This morning the New York Times broke the story of the Department of Homeland’s Security new effort to reform the immigrant detention system.
The Obama administration intends to announce an ambitious plan on Thursday to overhaul the much-criticized way the nation detains immigration violators, trying to transform it from a patchwork of jail and prison cells to what its new chief called a “truly civil detention system.”
While I’m not sure what a “truly civil” way of detaining non-criminal immigration violators would look like, I do know that this is at least a step in the right direction for the administration, which has been frustratingly unwilling to tackle this issue until now.
The best news of today’s announcement is that the administration will stop sending families to the T. Don Hutto “family” detention center near Austin, Texas.
Hutto was one of the more outrageous moves by the Bush administration to “get tough” on immigration – by jailing whole families, including small children, in inhumane conditions.
Before [an] A.C.L.U. lawsuit was settled in 2007, some children under 10 stayed as long as a year, mainly confined to family cells with open toilets, with only one hour of schooling a day. Children told of being threatened by guards with separation from their parents, many of them asylum-seekers from around the world. Only through judicial enforcement of the settlement…have children been granted such liberties as wearing pajamas at night and taking crayons into family cells.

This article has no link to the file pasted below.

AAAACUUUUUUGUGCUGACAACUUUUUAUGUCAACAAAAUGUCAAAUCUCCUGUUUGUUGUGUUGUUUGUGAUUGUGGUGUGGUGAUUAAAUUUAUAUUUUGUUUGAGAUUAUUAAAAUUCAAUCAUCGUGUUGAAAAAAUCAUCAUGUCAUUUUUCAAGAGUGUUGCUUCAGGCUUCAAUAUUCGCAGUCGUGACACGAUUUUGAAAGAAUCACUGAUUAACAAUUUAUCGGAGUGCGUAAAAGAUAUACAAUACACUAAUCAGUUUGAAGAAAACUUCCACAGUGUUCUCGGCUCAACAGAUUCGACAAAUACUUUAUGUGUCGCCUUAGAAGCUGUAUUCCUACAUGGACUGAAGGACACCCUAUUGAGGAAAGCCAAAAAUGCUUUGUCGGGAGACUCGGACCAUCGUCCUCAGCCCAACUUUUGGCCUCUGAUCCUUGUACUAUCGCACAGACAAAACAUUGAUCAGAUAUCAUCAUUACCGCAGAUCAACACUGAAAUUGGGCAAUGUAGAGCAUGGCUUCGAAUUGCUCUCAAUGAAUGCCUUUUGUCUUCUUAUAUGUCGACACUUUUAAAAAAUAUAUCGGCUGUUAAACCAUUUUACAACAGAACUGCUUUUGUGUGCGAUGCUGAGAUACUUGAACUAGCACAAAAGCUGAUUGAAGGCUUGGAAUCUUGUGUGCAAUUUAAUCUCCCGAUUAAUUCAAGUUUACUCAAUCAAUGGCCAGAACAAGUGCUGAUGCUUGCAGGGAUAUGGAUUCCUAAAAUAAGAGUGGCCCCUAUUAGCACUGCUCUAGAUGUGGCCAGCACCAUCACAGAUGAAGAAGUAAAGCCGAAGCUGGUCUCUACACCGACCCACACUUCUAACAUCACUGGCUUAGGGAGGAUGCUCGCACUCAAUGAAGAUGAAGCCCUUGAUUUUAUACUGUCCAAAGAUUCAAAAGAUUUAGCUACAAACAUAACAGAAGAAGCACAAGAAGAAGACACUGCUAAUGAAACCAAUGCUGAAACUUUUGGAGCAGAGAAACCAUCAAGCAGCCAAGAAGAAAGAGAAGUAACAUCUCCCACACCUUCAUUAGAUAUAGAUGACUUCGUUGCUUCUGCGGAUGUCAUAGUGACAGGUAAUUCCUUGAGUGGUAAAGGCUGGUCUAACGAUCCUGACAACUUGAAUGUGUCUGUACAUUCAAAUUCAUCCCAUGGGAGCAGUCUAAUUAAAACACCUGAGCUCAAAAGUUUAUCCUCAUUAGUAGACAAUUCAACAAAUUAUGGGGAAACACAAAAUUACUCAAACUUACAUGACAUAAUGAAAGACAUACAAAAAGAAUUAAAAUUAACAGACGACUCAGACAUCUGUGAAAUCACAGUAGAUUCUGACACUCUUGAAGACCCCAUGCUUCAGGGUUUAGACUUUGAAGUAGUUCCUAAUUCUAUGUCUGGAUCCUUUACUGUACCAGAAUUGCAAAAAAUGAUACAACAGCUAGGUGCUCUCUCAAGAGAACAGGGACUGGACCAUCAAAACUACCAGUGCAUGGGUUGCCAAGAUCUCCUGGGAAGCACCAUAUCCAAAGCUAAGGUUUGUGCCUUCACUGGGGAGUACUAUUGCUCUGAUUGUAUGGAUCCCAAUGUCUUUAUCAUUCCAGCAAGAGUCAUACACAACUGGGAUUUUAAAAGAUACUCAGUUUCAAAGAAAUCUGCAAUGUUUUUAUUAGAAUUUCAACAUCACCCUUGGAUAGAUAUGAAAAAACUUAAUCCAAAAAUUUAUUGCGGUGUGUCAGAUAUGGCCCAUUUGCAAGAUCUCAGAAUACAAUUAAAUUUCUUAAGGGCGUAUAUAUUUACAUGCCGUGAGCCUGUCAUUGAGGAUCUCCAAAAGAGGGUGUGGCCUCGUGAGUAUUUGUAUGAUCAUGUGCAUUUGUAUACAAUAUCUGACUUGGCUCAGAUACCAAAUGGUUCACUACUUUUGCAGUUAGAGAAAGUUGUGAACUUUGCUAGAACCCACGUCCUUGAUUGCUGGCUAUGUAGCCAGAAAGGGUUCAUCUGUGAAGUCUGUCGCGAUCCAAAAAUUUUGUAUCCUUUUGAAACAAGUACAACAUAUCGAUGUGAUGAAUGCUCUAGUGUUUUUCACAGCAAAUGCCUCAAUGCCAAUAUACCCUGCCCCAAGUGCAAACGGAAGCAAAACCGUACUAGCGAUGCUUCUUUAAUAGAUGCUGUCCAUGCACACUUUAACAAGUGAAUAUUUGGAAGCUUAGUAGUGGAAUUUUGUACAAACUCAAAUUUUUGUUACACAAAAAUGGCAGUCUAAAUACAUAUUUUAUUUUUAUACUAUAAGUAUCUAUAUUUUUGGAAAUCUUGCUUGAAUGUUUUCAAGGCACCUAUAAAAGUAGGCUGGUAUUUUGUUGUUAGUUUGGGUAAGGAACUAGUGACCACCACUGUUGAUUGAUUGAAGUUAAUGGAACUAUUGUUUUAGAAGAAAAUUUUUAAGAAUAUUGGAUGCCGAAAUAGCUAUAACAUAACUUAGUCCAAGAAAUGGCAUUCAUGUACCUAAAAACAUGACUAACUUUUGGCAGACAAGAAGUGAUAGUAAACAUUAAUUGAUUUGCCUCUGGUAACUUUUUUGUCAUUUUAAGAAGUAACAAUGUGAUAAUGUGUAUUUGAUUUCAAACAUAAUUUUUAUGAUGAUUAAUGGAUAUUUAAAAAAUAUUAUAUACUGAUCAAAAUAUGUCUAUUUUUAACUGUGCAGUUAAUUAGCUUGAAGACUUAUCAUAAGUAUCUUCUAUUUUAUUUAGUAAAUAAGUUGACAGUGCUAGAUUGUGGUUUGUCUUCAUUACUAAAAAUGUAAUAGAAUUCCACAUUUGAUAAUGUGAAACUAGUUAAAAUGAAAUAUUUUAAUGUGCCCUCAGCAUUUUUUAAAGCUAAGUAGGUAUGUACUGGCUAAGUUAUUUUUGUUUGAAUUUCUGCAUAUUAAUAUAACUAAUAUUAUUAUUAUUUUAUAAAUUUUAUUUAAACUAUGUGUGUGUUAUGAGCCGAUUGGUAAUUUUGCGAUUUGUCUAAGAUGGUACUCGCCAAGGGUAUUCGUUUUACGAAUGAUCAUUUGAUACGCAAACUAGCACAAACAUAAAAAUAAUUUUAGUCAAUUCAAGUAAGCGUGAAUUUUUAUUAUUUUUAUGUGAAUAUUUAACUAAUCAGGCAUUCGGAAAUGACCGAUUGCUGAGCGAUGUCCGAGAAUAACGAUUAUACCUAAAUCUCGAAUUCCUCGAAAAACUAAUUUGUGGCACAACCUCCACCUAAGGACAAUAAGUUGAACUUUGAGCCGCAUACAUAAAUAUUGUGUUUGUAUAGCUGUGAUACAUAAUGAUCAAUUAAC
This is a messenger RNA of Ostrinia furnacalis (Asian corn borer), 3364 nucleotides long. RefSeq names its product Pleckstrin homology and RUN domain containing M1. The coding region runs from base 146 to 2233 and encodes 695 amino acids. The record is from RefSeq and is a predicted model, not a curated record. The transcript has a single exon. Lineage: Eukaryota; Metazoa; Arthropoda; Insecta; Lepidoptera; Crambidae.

This is, perhaps, the most symbolic departure from Bush-era policies in this reform effort. However, in order to truly reform this system, I think that there must be a drastic change made to the underlying network of corporations profiting off of the detention of immigrants. Take the recent quote from Daniel Cooney, chairman of the board of the Donald Wyatt Center, an immigrant detention center in Rhode Island:
“Frankly, I’m looking at it like I’m running a Motel 6. I don’t care if it’s Guantanamo Bay. We want to fill the beds.” He was eventually fired in the fallout from this remark, but his candor is revealing. Immigrant prisoners are valuable commodities to local jails.
So, I applaud the administration for (finally) tackling this urgent issue, but I am only cautiously optimistic. As the New York Times notes:
Details are sketchy, and even the first steps will take months or years to complete.
But it is a step in the right direction – a step that should be incorporated into a much broader comprehensive immigration reform plan.